BY: Rev Fr Stephen ‘Dayo Osinkoya.



Exodus 17: 8-13
Psalm 121:1-8
2 Timothy 3:14- 4:2
Luke 18:1-8

Our first reading presents us with an episode of the battle between the Israelite and another enemy, the Amalekites. In this battle, when Moses lifts up his staff, God fights for the Israelites and they prevail. But when he lowers his hands, the fortunes of battle reverse. So, Aaron and Hur support Moses, holding up his hands until, as the sun is setting, Joshua gains the victory for Israel. Our journey through life would require us too to do some spiritual battles and the outcome of these battles would depend on the strategy we employ and the execution of this strategy; who our allies are and how resolute are we to win. We must not forget that these spiritual battles are only won by prayers.

In the Christian tradition the episode recorded in our first reading of today has always been taken as a symbol of importance of perseverance in prayer: when we pray we open ourselves up to the intervention of God; but when weariness or discouragement sets in because the desired result is not forthcoming, our prayer begins to faint and gradually we move away from that source of strength.

The assistance Aaron and Hur render to Moses shows how we as Christians must support each other in prayer – especially as persistence in prayer is often a trial of faith. Many people feel they could pull through life all alone. They would never ask for the prayerful intercession of their trusted family members and friends just as Aaron and Hur supported Moses in prayer by ensuring the hand in which is held the staff remained raised to heaven. We must note that praying alone could be very tough and tiring. In fact, it is not easy to maintain one’s calm amidst a restless, unhappy situation, hence, the need to find others who could join us and support our prayer with theirs, so that when we could not pray as we should, their prayers sustain the victory until we conquer.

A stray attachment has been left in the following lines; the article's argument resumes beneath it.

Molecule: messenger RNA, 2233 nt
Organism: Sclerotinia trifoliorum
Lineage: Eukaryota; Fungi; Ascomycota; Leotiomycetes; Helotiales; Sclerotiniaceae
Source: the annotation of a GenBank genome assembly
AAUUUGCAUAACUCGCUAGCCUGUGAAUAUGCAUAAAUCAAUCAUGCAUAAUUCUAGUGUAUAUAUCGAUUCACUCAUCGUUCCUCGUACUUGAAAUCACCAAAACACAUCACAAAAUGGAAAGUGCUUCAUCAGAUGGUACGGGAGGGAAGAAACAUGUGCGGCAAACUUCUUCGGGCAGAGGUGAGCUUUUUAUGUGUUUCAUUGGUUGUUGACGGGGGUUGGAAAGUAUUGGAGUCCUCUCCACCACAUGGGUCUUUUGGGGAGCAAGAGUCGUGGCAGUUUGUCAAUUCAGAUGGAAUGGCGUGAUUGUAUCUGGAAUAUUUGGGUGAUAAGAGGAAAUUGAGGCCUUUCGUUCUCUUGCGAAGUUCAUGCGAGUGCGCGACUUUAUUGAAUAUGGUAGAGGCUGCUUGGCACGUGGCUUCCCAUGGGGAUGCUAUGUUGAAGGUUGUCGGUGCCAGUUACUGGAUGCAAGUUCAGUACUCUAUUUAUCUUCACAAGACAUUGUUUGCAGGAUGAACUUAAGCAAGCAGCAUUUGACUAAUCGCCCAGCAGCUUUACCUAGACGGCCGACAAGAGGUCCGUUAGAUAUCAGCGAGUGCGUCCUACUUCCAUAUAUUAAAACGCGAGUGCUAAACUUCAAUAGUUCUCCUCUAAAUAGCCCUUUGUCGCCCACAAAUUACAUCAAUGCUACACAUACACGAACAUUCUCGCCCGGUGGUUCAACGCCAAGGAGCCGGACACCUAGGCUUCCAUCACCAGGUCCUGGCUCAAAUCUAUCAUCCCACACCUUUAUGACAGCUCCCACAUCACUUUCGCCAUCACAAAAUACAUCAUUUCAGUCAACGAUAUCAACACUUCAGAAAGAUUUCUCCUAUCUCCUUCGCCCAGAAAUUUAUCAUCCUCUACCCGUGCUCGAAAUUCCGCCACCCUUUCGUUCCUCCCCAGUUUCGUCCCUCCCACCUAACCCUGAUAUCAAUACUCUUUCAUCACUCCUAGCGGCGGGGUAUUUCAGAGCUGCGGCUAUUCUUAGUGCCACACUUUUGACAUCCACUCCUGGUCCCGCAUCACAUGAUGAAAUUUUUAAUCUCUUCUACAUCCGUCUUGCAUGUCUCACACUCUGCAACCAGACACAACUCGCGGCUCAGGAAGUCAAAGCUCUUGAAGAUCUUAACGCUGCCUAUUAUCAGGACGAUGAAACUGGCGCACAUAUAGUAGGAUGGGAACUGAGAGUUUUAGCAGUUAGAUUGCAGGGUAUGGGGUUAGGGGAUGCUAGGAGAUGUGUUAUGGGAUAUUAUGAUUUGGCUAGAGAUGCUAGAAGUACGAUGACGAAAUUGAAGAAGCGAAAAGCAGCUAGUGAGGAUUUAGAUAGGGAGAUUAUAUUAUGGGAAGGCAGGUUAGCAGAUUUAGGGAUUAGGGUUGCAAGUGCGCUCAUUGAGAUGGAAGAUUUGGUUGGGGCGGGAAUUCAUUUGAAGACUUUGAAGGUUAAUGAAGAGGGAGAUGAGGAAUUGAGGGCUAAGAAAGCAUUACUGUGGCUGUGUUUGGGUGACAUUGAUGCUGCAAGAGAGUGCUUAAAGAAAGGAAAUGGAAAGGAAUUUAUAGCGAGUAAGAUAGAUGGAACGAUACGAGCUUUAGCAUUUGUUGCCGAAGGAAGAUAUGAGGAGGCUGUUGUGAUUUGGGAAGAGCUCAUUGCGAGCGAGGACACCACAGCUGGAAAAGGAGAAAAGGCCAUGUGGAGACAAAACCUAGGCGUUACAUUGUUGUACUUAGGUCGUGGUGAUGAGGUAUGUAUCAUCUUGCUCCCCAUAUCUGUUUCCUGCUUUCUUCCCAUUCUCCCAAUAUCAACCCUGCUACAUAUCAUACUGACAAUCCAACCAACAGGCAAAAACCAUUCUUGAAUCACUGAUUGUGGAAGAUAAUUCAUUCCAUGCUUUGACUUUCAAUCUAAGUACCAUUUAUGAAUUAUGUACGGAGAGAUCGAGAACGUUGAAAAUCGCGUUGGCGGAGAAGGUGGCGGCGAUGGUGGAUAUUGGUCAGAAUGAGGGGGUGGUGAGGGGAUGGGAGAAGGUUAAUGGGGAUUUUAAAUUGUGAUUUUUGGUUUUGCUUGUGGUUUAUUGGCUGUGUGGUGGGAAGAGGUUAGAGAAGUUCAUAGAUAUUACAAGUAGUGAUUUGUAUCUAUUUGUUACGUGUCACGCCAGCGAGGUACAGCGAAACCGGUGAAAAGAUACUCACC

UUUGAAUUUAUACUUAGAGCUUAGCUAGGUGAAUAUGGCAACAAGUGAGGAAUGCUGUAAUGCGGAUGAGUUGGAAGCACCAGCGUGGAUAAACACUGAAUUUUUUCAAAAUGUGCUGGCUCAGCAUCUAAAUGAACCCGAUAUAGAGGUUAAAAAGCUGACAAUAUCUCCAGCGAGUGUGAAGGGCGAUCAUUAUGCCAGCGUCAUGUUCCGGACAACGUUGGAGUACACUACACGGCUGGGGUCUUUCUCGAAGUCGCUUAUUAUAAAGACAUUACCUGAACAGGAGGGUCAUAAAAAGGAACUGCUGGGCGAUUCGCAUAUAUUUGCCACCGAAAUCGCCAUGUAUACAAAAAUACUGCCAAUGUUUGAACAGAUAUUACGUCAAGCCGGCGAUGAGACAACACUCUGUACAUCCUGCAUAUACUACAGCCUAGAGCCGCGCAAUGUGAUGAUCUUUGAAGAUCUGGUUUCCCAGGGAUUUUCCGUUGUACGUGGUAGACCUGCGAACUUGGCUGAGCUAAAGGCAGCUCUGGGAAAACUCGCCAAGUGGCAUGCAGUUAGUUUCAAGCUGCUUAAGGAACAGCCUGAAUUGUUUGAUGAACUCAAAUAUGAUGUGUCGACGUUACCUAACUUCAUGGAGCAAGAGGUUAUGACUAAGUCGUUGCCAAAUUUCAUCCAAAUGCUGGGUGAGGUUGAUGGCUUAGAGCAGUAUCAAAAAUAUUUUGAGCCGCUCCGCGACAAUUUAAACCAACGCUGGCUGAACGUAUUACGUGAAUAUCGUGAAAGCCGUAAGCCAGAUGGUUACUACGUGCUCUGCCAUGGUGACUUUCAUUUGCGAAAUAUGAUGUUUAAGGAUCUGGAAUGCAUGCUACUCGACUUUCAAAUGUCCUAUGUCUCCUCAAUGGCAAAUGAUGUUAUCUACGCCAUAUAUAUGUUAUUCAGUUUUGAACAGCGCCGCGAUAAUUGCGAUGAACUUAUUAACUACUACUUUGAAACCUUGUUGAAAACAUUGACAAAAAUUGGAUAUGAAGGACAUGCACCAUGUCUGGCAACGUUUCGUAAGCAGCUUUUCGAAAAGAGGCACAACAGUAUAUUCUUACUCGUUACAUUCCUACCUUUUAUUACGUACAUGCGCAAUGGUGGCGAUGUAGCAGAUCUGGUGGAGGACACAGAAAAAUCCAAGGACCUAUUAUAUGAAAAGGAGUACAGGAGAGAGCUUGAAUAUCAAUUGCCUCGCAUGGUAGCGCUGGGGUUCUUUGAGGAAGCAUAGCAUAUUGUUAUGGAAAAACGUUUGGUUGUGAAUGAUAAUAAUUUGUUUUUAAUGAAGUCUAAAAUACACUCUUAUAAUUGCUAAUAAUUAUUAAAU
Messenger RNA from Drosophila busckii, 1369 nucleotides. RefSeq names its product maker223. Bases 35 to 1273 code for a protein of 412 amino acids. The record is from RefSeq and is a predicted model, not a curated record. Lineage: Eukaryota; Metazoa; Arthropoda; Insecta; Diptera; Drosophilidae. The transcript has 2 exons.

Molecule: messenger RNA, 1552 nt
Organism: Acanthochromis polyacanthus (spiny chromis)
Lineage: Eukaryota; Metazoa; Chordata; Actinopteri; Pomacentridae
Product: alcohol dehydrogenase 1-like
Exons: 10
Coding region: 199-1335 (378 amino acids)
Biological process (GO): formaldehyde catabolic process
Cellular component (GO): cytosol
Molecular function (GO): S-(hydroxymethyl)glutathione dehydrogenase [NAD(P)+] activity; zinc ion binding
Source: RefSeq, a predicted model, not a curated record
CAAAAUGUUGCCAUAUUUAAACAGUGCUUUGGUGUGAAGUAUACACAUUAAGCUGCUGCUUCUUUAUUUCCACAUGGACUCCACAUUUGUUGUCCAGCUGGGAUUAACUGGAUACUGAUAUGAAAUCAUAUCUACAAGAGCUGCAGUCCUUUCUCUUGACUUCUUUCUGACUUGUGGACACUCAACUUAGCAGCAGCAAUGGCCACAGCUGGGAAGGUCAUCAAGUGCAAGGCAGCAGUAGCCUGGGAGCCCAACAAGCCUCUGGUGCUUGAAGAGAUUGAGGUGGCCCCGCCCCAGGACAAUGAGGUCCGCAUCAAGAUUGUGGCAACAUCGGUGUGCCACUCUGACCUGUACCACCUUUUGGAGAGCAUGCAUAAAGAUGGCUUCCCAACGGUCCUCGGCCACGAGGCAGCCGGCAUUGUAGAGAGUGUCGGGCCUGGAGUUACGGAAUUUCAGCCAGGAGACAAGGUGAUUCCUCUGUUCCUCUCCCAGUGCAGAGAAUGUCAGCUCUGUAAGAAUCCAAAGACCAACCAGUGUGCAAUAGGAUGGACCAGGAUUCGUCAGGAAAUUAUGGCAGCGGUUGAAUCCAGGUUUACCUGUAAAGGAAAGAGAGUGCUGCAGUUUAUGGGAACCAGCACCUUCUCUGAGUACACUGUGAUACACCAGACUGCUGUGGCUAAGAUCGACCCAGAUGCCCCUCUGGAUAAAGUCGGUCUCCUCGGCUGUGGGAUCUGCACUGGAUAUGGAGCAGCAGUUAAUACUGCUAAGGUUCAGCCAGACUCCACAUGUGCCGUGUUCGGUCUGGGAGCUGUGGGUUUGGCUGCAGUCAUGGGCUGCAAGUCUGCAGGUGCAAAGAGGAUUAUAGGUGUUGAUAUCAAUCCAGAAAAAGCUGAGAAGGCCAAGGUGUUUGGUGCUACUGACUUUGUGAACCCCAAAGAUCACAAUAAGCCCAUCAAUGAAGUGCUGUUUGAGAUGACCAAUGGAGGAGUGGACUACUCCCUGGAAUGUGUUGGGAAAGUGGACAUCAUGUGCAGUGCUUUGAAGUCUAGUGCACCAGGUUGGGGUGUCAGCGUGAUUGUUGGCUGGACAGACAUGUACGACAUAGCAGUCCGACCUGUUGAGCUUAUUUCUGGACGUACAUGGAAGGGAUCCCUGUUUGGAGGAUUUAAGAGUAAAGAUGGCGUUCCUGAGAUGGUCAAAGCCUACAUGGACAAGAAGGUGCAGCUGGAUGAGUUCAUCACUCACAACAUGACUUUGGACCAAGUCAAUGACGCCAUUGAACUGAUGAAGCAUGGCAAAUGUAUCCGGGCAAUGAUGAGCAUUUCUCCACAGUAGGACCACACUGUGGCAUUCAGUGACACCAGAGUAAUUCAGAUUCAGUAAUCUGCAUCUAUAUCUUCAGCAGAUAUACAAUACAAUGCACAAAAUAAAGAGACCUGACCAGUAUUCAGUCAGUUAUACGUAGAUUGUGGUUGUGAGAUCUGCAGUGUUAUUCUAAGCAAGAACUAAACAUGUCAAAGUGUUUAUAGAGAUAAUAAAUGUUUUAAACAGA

The gospel reading of today also picks up this theme of persistence in prayer with the parable of Jesus about the persistent widow. Persistence in prayer is not to be understood as trying to change God’s mind, as if God was unwilling to help us in the first place. Rather, our persistence in changes us. It stretches us and strengthens us to confront evil and overcome obstacles. It fills us with power and light. If we can be persistence in prayer then we can be persistence in doing good and grow in holiness. And above and beyond whatever benefits others may receive from our prayer and good deeds, these acts of piety and service benefit us who pray — indeed, they are the means by which we become saints.

So what battle are you facing right now that wants to make you surrender? I say to you “be persistent. Keep praying. Be tough in prayer” and your heavenly Father who is neither partial nor wicked like the judge in the gospel passage would see that the best is provided for you at the most appropriate time.

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